Accessing cyber security

Access & Identity Management Handbook 2017 Editor's Choice, Access Control & Identity Management, Cyber Security, Security Services & Risk Management

As if the job of specifying, installing and maintaining physical security products is not hard enough, recent news reports have shown that many of these devices – mainly cameras and DVRs at the moment – are being used in botnets. These are networks of devices, which can be anything from computers to cameras (or any electronic devices) that have not been properly secured and as a result are infected with malware.

This malware normally sits on the device and doesn’t cause any trouble until the owner, or those renting the botnet from the owner, decide to target a company or person. Then, all the devices work together to carry out their attack plans. A recent example can be seen at www.krebsonsecurity.com/2016/09/krebsonsecurity-hit-with-record-ddos.

While access and identity devices are not known to be involved in already identified botnets in any number, it stands to reason that network connected devices, especially Internet-connected devices, form part of the global Internet of Things (IoT) network. As such, they can be used for cyber attacks either on the company using them, or on third parties. Access control has been a slow learner when it comes to moving to IP, but the move has started and there is no stopping it.

The traditional physical security approach to cyber security is to ignore it as the whole cyber issue is seen as an IT problem and left to the people who manage servers and data centres. As everything in the access world moves to IP and being connected, this is no longer an acceptable approach.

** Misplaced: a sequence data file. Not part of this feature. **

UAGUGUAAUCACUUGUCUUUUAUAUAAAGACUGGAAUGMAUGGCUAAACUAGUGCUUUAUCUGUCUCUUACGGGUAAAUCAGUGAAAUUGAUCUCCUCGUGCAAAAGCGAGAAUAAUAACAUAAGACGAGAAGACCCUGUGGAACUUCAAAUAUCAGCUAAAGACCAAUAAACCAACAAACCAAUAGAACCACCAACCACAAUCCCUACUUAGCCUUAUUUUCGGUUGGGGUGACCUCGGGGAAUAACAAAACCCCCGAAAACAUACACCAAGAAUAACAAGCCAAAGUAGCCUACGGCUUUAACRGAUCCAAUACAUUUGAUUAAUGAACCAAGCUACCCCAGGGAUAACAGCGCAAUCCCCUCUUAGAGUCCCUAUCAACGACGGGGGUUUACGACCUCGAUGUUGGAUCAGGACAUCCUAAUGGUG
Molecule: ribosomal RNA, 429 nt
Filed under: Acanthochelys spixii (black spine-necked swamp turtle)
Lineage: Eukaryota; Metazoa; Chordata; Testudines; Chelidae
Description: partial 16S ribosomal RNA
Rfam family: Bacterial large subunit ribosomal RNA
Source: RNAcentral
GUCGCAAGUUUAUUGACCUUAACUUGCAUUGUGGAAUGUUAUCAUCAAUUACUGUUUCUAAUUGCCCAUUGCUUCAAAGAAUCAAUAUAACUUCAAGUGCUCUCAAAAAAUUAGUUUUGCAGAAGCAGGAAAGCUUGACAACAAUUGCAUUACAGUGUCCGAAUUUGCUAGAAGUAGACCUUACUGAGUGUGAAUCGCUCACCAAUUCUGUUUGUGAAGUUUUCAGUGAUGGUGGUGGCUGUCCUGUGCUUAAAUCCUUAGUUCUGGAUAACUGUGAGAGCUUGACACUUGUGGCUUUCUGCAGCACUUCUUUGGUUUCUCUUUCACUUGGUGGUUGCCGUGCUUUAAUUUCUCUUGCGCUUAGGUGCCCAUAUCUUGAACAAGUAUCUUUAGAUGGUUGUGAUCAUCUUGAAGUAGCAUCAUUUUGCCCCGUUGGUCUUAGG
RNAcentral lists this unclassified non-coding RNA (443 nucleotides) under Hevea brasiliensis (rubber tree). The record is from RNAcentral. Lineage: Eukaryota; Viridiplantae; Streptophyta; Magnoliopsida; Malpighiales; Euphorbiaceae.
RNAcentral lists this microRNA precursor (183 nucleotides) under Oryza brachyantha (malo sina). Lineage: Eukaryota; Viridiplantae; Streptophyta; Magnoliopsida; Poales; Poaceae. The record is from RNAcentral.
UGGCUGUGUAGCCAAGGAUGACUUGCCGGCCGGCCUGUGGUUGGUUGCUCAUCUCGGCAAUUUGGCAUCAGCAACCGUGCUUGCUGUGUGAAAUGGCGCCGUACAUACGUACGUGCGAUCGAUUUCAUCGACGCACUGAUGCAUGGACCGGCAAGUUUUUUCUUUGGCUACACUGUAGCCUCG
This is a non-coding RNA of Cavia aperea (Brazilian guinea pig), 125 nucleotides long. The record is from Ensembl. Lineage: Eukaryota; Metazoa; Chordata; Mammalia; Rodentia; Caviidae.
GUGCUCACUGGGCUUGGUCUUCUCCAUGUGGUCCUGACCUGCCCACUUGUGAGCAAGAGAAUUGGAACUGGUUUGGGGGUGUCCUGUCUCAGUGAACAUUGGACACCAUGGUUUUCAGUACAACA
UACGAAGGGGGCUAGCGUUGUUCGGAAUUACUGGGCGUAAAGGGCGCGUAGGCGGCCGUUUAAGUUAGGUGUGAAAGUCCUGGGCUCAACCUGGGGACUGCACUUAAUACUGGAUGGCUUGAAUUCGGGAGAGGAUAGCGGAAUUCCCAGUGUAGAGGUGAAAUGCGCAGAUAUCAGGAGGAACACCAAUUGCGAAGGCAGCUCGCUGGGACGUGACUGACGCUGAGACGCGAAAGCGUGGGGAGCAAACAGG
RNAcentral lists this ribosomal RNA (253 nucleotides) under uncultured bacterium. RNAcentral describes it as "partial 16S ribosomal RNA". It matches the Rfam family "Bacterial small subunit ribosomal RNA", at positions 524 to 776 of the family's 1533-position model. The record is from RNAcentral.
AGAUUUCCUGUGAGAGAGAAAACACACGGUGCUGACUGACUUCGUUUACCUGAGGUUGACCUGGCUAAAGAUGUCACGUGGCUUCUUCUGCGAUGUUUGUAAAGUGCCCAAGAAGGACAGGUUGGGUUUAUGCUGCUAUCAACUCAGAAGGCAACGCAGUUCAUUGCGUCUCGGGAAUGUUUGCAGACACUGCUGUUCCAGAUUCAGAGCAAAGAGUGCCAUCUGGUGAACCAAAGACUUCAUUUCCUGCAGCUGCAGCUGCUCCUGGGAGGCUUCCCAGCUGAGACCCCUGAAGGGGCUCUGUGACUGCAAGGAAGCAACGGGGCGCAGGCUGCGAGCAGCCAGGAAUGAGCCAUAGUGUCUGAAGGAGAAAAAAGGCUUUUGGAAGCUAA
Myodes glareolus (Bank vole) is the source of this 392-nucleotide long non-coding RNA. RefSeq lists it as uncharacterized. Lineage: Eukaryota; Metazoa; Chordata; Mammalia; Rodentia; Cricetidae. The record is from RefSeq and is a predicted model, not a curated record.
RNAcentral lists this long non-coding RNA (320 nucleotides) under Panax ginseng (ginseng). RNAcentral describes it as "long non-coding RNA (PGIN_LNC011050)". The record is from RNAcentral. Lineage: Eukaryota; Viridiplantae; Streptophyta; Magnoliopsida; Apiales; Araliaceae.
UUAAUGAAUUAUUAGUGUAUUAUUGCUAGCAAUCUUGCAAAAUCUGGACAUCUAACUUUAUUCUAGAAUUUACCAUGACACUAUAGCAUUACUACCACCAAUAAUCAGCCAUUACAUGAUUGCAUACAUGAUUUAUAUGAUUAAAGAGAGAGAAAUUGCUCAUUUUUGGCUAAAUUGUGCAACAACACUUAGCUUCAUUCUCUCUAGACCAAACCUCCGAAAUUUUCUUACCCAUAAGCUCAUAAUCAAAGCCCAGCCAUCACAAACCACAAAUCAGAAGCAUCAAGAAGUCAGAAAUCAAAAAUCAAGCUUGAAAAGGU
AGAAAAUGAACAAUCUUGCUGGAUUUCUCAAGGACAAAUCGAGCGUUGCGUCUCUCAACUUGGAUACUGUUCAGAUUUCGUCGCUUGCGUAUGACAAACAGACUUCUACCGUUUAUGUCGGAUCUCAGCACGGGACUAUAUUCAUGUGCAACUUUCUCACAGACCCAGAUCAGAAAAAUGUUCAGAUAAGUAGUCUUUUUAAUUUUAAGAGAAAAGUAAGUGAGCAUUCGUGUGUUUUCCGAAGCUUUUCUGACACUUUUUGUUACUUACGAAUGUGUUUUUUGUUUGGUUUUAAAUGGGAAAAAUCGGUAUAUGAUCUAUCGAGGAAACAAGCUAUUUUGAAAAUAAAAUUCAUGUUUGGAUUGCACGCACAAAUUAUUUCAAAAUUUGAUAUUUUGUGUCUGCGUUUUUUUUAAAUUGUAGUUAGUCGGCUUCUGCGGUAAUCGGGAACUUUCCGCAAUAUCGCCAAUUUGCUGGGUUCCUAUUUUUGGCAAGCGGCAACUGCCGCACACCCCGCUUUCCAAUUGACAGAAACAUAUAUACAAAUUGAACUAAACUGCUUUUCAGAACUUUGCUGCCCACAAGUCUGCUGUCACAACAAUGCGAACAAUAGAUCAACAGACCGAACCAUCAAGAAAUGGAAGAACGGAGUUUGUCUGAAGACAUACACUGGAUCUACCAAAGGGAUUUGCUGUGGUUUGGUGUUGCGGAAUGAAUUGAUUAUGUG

Of course, security of any sort is never one person or department’s responsibility (although many try to make it so). It takes collaboration across the board, from manufacturers to installers and end users to make security work.

Tyco Security Products is taking a proactive role in securing its range of physical security products by developing its Cyber Protection Programme. Jeffrey Barkely, product manager at Tyco Security Products, spoke to Hi-Tech Security Solutions and explained that the multifaceted programme is focused on delivering a holistic approach to cyber security awareness, covering all the bases from the manufacturer to the end-user.

The idea is to reduce the risk of cyber crime happening to end-users by minimising the potential for the introduction of vulnerabilities into products, as well as resolving issues as fast as possible when they do arise. To date, Barkley says Software House access control solutions, American Dynamics video management systems and Illustra IP cameras are all on board, with further products from the group in the pipeline.

Six-step programme

The Cyber Security Programme has been divided into six parts. This is to ensure that the programme covers all the aspects of security, not simply covering certain components of the solution while ignoring others.

1. Secure product development practices

Tyco trains its developers and engineers to code and test their products securely throughout the development cycle. It has also launched a Cyber Protection Team, an independent branch of the development team with the authority and responsibility to manage the development process and final product release. This team is tasked with monitoring compliance according to the company’s ‘secure development best practices’.